In most aspects of life, there are gray areas, meaning something can be more complicated than it may initially appear. However, when it comes to Americans and their taste in car colors, data consistently proves that it's very black and white. CarMax data shows that 22.25% of cars sold through their services from 2017-2018 were black, while 19.34% were white.
Black is so popular that Tesla is taking advantage of the high demand by charging $1,000 for a black paint job, which, according to TechCrunch, was previously offered as a free standard option. Classic? Yes. Sleek? Absolutely. But while black may entice those looking for a timeless exterior, there are several downsides to take into consideration, including the internal temperature of the car.
In a recent experiment conducted by employees at Autotrader, two identical cars of different colors -- the exact same model, make and year -- were compared. The cars were left for hours in the Georgia sunshine, and then tested to see their cabin temperatures. The inside of the white car was 113 degrees Fahrenheit while the black car was 130 degrees -- that's more than 15 degrees hotter! Taking the experiment one step further, they turned on the air conditioning and blasted it at full capacity to see which car would cool down faster. After 10 minutes of high air conditioning, the white car's temperature was 84 degrees while the black car only came down to 91 degrees. That disparity might not seem like much, but when you're looking for an escape from the scorching summer heat, those extra numbers will make a world of difference.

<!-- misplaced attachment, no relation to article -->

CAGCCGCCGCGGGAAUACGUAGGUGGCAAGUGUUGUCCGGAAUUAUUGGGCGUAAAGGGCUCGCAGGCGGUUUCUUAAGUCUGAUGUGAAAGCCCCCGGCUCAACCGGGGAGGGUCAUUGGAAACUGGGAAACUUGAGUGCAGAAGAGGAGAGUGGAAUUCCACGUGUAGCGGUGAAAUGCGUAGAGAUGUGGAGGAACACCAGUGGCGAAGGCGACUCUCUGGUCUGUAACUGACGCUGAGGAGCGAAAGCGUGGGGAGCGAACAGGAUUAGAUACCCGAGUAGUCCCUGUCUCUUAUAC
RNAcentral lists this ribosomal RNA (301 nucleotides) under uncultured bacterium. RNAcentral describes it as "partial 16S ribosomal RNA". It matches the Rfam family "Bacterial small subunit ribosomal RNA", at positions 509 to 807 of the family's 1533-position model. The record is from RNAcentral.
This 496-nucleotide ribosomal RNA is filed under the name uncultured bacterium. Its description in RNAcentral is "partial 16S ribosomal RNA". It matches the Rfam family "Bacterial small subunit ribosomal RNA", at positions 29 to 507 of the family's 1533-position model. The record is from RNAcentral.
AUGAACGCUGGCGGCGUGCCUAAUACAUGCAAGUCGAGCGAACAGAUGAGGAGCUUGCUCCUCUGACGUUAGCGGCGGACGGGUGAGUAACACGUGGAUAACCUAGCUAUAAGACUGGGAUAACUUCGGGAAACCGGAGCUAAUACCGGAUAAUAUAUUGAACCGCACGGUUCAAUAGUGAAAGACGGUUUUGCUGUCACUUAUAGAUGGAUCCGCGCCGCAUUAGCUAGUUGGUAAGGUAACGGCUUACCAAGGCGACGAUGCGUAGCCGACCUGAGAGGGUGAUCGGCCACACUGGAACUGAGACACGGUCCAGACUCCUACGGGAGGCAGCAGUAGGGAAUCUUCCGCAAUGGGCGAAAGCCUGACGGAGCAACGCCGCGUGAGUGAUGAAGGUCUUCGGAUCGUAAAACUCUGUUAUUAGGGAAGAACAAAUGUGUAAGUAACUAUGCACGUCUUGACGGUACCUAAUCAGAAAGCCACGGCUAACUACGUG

In addition to staying cooler, researchers are discovering that white, champagne, silver and other lighter-colored cars may be more fuel-efficient. A recent study conducted by Berkeley Lab's Environmental Energy Technologies Division concluded that "cooler colors like white and silver can reflect as much as 60 percent of the sun's rays, while darker colors like black only reflect around 5 percent." Therefore, as reported on Autoblog, if car manufacturers are considering ways to rise above their competition in the eco-friendly department, producing more reflective (lighter-colored) cars will give them an edge.
If you're part of the 40% of Americans who is willing to overlook brand loyalty to acquire your ideal car color, then you might find yourself feeling less open to changing your taste. Ultimately, when you're deciding which car you'd like to call your own, no gray areas here, safety comes first.
Once your clear your car is safe for you, consider the safety of the environment and the safety of your wallet. People are becoming increasingly aware of the ways in which they can leave less of a carbon footprint, which could result in them wanting to invest in a lighter-colored vehicle the next time they start car shopping.